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Ukrainian hopes and struggles in 6 symbols of the war

On February 24, Russia invaded Ukraine, and the lives of millions of people have not been the same ever since. Many new symbols arose from the complex Ukrainian reality. Symbols of hope and horror, pride and sorrow, unity and wrath.

We asked Ukrainian on our social media pages about things that became so meaningful for them – and here are six out of the many symbols of this war. They may help to empathize a bit better with the shared Ukrainian experience and become a key to understanding all the art, reflections, and even jokes inspired by it.


Emergency backpacks became a part of Ukrainian life weeks prior to the invasion. Both news outlets and social media were full of advice on how to pack one and what you may need. Documents, money, reserve phone. Water and canned food for a couple of days. First aid kit, warm clothes, flashlight, batteries … and the list goes on. Pieces of sentimental value were not listed, but still almost always packed. 

When the full-scale invasion started, many people had to leave their homes without any certainty of what comes next – but with an emergency backpack. Some got back in a few hours when the air raid alert went silent. Some in a few weeks, when the frontline had been pushed back from their town. 

And some Ukrainians were left with no place to return to. They had to build their lives from scratch in other parts of Ukraine or abroad with just a few things left from the previous peaceful times. And with the knowledge that all the things that really matter do fit into a backpack.

Air raid alert

Attention. Аir raid alert. Go to the nearest bomb shelter. The sound of air raid alerts became painfully familiar to all Ukrainian. But it still makes the heart drop each and every time.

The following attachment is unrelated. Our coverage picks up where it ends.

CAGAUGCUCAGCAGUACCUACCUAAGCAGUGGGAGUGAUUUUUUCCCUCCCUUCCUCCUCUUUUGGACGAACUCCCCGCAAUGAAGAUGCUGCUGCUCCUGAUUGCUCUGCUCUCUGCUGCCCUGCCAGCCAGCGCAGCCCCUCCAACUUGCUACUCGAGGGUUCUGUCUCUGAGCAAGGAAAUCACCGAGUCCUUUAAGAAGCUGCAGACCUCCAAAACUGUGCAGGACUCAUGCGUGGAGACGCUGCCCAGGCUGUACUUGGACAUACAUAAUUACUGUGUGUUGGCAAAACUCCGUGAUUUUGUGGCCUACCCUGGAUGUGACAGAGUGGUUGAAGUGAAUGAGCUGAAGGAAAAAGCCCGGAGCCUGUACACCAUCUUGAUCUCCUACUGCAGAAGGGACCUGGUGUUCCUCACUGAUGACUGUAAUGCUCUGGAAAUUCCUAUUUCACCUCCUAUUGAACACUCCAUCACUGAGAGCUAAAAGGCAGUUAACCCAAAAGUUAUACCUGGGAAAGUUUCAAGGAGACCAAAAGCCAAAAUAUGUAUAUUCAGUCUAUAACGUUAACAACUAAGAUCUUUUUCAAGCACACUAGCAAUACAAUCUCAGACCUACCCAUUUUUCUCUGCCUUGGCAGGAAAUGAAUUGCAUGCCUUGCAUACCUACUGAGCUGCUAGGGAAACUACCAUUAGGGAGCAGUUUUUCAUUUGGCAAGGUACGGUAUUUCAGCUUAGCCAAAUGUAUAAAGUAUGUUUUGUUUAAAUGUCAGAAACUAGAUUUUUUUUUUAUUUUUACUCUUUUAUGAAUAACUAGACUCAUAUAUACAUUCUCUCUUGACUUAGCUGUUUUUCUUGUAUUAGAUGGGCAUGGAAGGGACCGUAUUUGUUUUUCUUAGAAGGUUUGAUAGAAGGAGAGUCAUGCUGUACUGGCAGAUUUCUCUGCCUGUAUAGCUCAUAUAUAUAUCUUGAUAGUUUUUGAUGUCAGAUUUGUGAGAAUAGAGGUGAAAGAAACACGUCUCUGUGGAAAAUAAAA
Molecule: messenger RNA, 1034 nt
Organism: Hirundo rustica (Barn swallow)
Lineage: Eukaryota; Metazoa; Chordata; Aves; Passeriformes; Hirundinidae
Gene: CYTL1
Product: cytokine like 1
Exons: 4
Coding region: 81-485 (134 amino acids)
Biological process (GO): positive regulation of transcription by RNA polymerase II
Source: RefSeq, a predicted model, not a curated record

When the alert goes off, it means that you need to go to a bomb shelter or find another relatively safe place. Ukrainians have spent hundreds of hours in their corridors behind at least two walls, in cold basements and underground parking lots, in metro stations. In Kyiv alone, the air raid alert went off more than 500 times and lasted more than 21 days combined in the first seven months of a full-scale war.

When the alert goes off, it also means that a Russian rocket, plane, or drone was sent to destroy and kill. And even if you are safe for now, someone else, someone you care about, may be not. The same word is used in Ukrainian for alert and anxiety – tryvoha. And Russians are using that anxiety, constantly triggering the air raid alert on days like Easter or Independence Day.

Snake Island

Zmiinyi Island (Snake Island) off the shores of the Odesa region became worldwide known on the first day of the full-scale war for the immense bravery of its protectors. There were only 13 border guards stationed on the island, but they still refused to surrender to the cruiser “Moskva”, the flagship of Russia’s Black Sea Fleet. “Russian warship, go fuck yourself!” was their response instead. 

Ukrainian defenders were taken into captivity and the island, a point of strategic importance, was temporarily occupied by Russia. But the story did not end there. In less than two months, the flagship did actually follow the proposed direction. Cruiser “Moskva” sank after it was hit by Ukrainian missiles near Snake Island.